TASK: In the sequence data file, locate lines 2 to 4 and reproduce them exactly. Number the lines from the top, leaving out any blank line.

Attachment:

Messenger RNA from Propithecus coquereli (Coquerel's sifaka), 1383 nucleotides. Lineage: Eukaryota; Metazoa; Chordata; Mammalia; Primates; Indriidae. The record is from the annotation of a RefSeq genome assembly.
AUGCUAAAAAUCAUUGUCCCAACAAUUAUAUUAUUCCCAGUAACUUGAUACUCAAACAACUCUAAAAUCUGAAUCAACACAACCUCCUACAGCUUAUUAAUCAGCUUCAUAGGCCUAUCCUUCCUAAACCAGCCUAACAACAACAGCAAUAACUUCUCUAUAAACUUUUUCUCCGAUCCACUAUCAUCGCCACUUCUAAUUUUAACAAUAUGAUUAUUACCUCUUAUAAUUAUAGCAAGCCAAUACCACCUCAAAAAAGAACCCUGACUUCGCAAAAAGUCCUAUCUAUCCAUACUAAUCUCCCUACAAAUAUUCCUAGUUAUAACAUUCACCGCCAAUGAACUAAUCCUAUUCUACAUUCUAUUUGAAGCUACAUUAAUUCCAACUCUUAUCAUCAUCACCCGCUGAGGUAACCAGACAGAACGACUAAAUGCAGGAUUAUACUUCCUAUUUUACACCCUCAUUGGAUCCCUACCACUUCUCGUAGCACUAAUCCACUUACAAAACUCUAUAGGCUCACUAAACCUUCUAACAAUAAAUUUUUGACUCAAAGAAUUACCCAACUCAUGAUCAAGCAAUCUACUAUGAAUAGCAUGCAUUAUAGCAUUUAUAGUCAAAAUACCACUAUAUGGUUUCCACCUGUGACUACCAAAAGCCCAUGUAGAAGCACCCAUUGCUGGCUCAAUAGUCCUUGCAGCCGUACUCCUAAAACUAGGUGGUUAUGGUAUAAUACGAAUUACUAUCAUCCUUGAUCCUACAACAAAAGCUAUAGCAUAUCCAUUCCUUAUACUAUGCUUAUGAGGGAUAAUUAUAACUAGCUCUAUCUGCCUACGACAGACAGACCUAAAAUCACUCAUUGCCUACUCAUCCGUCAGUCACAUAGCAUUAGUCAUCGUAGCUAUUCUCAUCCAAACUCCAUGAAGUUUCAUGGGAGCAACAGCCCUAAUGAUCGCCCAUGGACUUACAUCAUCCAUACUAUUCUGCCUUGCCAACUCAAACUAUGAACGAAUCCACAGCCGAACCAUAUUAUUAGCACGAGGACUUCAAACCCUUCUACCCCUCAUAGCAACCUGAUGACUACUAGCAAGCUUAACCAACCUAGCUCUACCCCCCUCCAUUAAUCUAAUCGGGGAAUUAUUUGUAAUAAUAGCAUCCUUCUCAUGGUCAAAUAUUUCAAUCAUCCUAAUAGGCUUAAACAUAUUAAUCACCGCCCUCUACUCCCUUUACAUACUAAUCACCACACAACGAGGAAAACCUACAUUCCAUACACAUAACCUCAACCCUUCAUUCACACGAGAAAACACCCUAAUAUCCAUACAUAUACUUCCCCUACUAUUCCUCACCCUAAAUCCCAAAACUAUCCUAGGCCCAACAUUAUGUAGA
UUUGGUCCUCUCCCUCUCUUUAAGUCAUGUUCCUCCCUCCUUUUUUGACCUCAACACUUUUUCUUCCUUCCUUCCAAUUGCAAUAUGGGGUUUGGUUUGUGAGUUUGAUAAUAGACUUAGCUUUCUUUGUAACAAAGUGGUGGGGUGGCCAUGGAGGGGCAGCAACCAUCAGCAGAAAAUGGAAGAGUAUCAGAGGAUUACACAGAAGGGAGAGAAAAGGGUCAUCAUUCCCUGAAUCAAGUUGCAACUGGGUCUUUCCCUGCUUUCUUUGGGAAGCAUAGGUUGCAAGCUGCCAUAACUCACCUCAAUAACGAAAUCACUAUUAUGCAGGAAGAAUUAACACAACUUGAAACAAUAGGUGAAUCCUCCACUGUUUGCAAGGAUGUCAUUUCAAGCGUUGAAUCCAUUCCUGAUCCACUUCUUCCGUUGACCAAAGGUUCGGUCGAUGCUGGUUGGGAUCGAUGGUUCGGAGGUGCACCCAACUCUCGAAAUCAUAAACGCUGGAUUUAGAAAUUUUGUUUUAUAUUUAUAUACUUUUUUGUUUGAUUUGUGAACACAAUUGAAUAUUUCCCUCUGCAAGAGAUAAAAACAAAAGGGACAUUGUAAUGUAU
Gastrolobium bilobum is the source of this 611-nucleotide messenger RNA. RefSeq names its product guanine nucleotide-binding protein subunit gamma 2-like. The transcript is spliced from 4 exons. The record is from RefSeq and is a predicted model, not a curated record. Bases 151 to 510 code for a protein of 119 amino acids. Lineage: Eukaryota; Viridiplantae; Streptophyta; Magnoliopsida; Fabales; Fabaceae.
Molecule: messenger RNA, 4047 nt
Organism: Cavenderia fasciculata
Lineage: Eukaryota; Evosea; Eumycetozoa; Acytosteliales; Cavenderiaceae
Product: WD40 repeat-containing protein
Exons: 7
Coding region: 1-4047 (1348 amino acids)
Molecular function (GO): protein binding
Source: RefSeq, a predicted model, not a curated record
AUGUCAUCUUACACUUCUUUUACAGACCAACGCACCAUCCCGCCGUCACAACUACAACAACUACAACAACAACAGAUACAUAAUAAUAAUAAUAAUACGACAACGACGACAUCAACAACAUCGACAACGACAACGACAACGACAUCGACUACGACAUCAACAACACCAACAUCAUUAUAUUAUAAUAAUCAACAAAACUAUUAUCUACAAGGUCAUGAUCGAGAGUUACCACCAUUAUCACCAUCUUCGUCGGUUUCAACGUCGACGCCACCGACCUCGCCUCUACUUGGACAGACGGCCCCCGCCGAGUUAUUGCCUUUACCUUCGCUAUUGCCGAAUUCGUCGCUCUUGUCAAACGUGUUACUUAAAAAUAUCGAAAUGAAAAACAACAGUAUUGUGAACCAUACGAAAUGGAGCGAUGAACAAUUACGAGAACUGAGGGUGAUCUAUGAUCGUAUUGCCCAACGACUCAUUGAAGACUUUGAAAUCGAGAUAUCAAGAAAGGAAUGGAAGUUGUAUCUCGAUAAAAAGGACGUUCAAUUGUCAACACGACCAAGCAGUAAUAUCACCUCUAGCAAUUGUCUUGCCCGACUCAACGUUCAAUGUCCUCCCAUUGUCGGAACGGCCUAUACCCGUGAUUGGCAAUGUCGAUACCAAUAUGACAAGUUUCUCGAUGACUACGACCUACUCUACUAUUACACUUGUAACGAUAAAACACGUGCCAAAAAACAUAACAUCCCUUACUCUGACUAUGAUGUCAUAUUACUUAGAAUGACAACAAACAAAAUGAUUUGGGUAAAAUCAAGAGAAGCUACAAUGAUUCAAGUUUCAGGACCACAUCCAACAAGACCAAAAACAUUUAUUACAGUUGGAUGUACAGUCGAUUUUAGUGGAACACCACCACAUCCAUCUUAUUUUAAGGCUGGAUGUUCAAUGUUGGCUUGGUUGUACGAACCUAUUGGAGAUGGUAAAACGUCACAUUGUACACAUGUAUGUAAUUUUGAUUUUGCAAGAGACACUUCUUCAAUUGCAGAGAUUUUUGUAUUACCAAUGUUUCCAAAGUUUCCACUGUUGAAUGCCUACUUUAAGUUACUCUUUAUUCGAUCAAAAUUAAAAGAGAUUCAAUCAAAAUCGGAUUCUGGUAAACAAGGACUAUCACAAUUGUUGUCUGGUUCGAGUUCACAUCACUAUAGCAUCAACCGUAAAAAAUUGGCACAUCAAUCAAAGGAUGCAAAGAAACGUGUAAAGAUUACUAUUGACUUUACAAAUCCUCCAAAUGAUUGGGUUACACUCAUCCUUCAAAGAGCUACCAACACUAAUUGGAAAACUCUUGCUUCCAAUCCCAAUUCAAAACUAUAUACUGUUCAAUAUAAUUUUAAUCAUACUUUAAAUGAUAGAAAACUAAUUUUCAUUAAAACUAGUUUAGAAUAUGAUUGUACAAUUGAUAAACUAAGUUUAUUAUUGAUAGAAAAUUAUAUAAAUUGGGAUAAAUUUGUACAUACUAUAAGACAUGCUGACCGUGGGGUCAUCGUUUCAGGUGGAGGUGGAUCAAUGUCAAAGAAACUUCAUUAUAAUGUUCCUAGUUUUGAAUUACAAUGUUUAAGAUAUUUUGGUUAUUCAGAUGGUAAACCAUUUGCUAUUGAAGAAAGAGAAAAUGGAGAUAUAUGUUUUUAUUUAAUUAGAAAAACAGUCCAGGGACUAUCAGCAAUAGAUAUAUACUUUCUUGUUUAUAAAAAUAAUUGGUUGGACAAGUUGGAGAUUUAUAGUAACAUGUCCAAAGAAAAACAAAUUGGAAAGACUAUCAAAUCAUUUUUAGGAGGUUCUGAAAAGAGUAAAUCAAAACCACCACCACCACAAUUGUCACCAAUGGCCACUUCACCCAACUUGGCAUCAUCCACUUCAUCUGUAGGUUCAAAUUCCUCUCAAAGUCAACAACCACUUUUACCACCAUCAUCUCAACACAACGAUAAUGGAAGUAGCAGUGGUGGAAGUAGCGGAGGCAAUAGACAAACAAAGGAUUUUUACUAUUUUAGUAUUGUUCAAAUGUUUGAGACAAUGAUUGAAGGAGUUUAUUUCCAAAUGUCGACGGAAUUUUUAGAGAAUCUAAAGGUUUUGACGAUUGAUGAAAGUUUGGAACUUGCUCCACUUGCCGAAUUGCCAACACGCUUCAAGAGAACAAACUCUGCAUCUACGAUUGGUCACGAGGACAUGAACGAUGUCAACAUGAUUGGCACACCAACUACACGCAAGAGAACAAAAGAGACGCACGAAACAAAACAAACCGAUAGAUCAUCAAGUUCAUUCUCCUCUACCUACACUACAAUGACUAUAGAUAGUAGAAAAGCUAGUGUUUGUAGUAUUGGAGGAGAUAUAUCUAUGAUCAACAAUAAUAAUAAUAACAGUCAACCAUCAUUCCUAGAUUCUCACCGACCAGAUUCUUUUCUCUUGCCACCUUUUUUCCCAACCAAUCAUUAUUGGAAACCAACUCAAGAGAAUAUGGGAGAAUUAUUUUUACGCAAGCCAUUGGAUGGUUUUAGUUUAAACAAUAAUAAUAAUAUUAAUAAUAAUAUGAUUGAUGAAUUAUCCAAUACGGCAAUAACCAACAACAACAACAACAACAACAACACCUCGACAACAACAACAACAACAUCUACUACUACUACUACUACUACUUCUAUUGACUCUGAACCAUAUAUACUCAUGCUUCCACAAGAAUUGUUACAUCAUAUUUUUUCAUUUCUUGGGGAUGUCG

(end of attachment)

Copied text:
AUGCUAAAAAUCAUUGUCCCAACAAUUAUAUUAUUCCCAGUAACUUGAUACUCAAACAACUCUAAAAUCUGAAUCAACACAACCUCCUACAGCUUAUUAAUCAGCUUCAUAGGCCUAUCCUUCCUAAACCAGCCUAACAACAACAGCAAUAACUUCUCUAUAAACUUUUUCUCCGAUCCACUAUCAUCGCCACUUCUAAUUUUAACAAUAUGAUUAUUACCUCUUAUAAUUAUAGCAAGCCAAUACCACCUCAAAAAAGAACCCUGACUUCGCAAAAAGUCCUAUCUAUCCAUACUAAUCUCCCUACAAAUAUUCCUAGUUAUAACAUUCACCGCCAAUGAACUAAUCCUAUUCUACAUUCUAUUUGAAGCUACAUUAAUUCCAACUCUUAUCAUCAUCACCCGCUGAGGUAACCAGACAGAACGACUAAAUGCAGGAUUAUACUUCCUAUUUUACACCCUCAUUGGAUCCCUACCACUUCUCGUAGCACUAAUCCACUUACAAAACUCUAUAGGCUCACUAAACCUUCUAACAAUAAAUUUUUGACUCAAAGAAUUACCCAACUCAUGAUCAAGCAAUCUACUAUGAAUAGCAUGCAUUAUAGCAUUUAUAGUCAAAAUACCACUAUAUGGUUUCCACCUGUGACUACCAAAAGCCCAUGUAGAAGCACCCAUUGCUGGCUCAAUAGUCCUUGCAGCCGUACUCCUAAAACUAGGUGGUUAUGGUAUAAUACGAAUUACUAUCAUCCUUGAUCCUACAACAAAAGCUAUAGCAUAUCCAUUCCUUAUACUAUGCUUAUGAGGGAUAAUUAUAACUAGCUCUAUCUGCCUACGACAGACAGACCUAAAAUCACUCAUUGCCUACUCAUCCGUCAGUCACAUAGCAUUAGUCAUCGUAGCUAUUCUCAUCCAAACUCCAUGAAGUUUCAUGGGAGCAACAGCCCUAAUGAUCGCCCAUGGACUUACAUCAUCCAUACUAUUCUGCCUUGCCAACUCAAACUAUGAACGAAUCCACAGCCGAACCAUAUUAUUAGCACGAGGACUUCAAACCCUUCUACCCCUCAUAGCAACCUGAUGACUACUAGCAAGCUUAACCAACCUAGCUCUACCCCCCUCCAUUAAUCUAAUCGGGGAAUUAUUUGUAAUAAUAGCAUCCUUCUCAUGGUCAAAUAUUUCAAUCAUCCUAAUAGGCUUAAACAUAUUAAUCACCGCCCUCUACUCCCUUUACAUACUAAUCACCACACAACGAGGAAAACCUACAUUCCAUACACAUAACCUCAACCCUUCAUUCACACGAGAAAACACCCUAAUAUCCAUACAUAUACUUCCCCUACUAUUCCUCACCCUAAAUCCCAAAACUAUCCUAGGCCCAACAUUAUGUAGA
UUUGGUCCUCUCCCUCUCUUUAAGUCAUGUUCCUCCCUCCUUUUUUGACCUCAACACUUUUUCUUCCUUCCUUCCAAUUGCAAUAUGGGGUUUGGUUUGUGAGUUUGAUAAUAGACUUAGCUUUCUUUGUAACAAAGUGGUGGGGUGGCCAUGGAGGGGCAGCAACCAUCAGCAGAAAAUGGAAGAGUAUCAGAGGAUUACACAGAAGGGAGAGAAAAGGGUCAUCAUUCCCUGAAUCAAGUUGCAACUGGGUCUUUCCCUGCUUUCUUUGGGAAGCAUAGGUUGCAAGCUGCCAUAACUCACCUCAAUAACGAAAUCACUAUUAUGCAGGAAGAAUUAACACAACUUGAAACAAUAGGUGAAUCCUCCACUGUUUGCAAGGAUGUCAUUUCAAGCGUUGAAUCCAUUCCUGAUCCACUUCUUCCGUUGACCAAAGGUUCGGUCGAUGCUGGUUGGGAUCGAUGGUUCGGAGGUGCACCCAACUCUCGAAAUCAUAAACGCUGGAUUUAGAAAUUUUGUUUUAUAUUUAUAUACUUUUUUGUUUGAUUUGUGAACACAAUUGAAUAUUUCCCUCUGCAAGAGAUAAAAACAAAAGGGACAUUGUAAUGUAU
Gastrolobium bilobum is the source of this 611-nucleotide messenger RNA. RefSeq names its product guanine nucleotide-binding protein subunit gamma 2-like. The transcript is spliced from 4 exons. The record is from RefSeq and is a predicted model, not a curated record. Bases 151 to 510 code for a protein of 119 amino acids. Lineage: Eukaryota; Viridiplantae; Streptophyta; Magnoliopsida; Fabales; Fabaceae.